The U.S. Women’s National Team is Still Playing

Andy Scholes walks through US Soccer’s landmark equal pay deal for women’s professional soccer.

— — The United States women’s national team played one of the most successful, exciting seasons of all-time, with the program’s first World Cup win under the leadership of head coach Jill Ellis and the first winning season in women’s professional soccer in the United States under the leadership of longtime head coach Greg Ryan.

In the past year, the U.S. Soccer Federation changed its women’s national team program into something it is very comfortable with: a professional league. Women’s soccer, under the new umbrella of U.S. Soccer, has been growing at a steady pace since the league started in 2012, and the 2017 edition will be the team’s first season as a full professional league.

But there is a significant difference between the two leagues’ first and second seasons: the U.S. women’s national team is still playing.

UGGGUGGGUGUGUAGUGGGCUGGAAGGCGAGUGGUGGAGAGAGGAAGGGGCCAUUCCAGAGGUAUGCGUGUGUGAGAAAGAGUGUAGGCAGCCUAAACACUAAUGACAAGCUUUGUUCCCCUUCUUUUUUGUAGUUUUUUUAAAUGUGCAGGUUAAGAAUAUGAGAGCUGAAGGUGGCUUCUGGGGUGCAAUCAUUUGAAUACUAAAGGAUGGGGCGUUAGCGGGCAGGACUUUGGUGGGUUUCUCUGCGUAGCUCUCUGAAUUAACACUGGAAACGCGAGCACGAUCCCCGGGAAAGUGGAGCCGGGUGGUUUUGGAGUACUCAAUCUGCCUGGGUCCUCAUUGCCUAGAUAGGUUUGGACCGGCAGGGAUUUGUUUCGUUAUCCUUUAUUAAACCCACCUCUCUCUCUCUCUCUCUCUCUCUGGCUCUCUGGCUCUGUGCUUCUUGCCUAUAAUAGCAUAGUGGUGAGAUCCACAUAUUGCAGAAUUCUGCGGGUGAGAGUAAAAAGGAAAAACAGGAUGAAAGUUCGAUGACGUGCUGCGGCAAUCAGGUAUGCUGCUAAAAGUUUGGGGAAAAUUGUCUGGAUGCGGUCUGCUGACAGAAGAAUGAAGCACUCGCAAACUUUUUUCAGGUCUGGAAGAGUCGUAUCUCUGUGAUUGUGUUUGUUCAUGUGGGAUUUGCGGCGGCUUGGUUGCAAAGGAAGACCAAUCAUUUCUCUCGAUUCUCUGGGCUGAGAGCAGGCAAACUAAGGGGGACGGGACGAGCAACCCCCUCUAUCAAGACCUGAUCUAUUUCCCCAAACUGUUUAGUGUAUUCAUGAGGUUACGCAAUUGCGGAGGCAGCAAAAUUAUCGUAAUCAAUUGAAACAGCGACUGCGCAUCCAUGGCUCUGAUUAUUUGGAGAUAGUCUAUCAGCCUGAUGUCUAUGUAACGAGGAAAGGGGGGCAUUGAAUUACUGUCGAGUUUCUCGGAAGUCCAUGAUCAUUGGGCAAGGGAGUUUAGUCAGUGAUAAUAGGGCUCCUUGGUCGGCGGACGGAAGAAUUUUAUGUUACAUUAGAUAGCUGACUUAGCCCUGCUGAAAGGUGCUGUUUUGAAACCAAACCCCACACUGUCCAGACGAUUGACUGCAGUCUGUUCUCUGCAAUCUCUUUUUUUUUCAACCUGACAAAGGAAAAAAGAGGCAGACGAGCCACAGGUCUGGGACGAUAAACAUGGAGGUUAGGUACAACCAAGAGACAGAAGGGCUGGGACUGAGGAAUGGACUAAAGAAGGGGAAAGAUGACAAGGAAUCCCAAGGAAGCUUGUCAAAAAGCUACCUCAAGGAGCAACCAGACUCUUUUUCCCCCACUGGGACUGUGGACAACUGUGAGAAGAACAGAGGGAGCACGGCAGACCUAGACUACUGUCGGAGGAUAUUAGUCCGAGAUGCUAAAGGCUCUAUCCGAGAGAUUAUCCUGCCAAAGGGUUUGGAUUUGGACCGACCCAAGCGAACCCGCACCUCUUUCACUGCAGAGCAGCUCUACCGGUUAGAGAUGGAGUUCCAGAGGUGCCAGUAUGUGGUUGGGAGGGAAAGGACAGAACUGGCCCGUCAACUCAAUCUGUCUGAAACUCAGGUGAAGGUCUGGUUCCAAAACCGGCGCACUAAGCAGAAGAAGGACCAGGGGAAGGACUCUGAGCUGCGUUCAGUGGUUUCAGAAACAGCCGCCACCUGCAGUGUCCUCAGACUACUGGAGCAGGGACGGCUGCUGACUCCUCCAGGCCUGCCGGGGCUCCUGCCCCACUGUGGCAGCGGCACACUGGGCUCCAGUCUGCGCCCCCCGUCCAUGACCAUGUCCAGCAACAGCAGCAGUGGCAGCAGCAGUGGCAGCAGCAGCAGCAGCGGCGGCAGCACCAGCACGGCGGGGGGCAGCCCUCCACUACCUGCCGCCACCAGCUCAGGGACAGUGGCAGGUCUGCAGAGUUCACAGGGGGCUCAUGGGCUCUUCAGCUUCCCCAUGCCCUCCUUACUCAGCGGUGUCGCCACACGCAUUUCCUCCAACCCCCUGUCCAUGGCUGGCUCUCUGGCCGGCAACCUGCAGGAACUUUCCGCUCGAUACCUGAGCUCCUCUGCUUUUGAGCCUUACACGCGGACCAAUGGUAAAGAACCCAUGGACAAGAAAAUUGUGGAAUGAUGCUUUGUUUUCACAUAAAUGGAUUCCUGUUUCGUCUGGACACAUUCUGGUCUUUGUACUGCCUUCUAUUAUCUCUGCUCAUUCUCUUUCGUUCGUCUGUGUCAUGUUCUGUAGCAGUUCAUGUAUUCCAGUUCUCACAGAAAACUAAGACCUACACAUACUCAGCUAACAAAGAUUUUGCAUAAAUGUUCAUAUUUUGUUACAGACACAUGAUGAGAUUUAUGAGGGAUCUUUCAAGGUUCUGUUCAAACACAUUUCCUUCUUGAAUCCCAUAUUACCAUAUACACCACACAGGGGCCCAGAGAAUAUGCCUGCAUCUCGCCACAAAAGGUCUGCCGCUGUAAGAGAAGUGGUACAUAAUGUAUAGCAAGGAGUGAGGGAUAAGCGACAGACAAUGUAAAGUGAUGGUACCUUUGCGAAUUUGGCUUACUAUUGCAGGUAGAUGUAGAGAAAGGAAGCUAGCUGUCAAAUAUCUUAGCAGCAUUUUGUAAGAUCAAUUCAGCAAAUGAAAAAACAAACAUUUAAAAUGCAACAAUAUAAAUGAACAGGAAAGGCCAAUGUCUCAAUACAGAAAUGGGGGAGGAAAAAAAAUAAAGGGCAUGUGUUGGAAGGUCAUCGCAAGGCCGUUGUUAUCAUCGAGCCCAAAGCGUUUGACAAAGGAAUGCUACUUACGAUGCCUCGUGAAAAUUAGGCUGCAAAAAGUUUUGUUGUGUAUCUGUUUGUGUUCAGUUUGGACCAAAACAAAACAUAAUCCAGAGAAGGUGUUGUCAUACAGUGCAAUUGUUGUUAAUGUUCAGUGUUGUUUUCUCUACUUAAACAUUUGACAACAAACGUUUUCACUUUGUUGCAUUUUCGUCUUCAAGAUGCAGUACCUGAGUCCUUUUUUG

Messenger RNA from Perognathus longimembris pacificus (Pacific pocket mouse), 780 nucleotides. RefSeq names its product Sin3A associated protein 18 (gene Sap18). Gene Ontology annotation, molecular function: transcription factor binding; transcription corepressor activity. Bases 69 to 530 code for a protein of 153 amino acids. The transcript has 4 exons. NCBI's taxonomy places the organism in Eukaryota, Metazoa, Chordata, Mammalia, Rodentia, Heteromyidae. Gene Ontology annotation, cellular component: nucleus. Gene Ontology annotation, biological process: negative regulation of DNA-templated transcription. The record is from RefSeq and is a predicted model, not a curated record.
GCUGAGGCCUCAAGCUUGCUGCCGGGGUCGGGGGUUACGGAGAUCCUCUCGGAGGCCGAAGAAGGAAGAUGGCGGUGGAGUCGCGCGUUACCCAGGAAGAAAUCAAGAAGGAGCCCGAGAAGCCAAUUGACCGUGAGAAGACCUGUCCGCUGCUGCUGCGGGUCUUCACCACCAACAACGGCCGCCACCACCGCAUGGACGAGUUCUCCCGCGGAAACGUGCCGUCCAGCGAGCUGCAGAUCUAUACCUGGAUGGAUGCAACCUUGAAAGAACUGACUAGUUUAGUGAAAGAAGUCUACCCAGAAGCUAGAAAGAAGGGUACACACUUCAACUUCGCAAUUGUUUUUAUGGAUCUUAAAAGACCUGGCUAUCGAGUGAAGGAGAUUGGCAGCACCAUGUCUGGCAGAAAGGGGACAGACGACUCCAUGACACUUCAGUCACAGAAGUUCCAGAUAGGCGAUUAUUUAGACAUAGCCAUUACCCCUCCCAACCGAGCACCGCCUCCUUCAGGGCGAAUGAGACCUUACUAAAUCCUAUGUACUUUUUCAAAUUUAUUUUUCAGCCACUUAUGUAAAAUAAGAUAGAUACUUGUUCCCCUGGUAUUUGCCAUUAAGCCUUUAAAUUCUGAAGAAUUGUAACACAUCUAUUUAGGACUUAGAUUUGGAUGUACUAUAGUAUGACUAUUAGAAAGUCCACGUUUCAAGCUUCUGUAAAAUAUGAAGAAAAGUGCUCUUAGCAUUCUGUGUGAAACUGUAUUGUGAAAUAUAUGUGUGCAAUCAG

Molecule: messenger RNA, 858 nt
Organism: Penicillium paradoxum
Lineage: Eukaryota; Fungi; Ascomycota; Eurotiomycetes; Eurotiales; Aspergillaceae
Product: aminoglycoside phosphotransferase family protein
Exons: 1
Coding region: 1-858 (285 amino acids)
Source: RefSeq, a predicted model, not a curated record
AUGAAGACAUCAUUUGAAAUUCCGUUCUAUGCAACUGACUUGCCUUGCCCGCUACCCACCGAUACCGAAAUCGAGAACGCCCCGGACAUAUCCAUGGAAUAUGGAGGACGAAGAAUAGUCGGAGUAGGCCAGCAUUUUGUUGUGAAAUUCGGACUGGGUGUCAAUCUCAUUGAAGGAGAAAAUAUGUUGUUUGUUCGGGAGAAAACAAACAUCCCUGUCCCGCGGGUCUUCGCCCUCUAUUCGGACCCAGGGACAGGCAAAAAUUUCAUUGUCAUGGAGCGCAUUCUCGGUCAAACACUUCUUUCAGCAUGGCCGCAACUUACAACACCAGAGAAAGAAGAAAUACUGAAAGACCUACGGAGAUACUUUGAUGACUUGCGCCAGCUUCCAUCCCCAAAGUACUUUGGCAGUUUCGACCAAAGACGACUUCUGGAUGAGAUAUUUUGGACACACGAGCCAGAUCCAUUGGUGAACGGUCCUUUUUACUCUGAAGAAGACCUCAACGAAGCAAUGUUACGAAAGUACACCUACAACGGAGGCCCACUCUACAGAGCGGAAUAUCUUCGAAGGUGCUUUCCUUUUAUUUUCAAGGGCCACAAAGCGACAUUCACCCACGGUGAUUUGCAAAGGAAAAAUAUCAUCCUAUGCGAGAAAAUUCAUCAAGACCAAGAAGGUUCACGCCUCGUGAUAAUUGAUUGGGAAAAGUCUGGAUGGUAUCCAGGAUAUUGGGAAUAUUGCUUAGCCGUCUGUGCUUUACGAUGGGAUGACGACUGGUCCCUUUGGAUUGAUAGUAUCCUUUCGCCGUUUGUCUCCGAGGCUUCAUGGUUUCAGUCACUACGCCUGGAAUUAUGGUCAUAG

“It was always an important reason why we needed to take the U.S. soccer program away from this entity,” USSF president Sunil Gulati said in a conference call last week. “It was something that was always on the table and always on the agenda: Is it possible? If you make it possible, is it necessary?”

Gulati said the answer was yes for women’s soccer in 2016. The change came largely through the work of Ryan, who spent several years working in women’s soccer around the world before moving into a role at the federation in 2014. He had long been a fan of the game and became one when he moved to the United States to work with the Chicago White Sox. He started at the University of Maryland, where he was a member of the men’s soccer program and head coach. While there, he also coached the women’s soccer program.

“My goal is to take women’s soccer from here, get the program to where it’s successful and sustainable and put out a program that is an example on the world stage,” Ryan said in a conference call last week.

The U.S. women’s national team’s first World Cup run in 2016 is what put the issue to the forefront.

When the federation began working through the option of starting women’s soccer in the United

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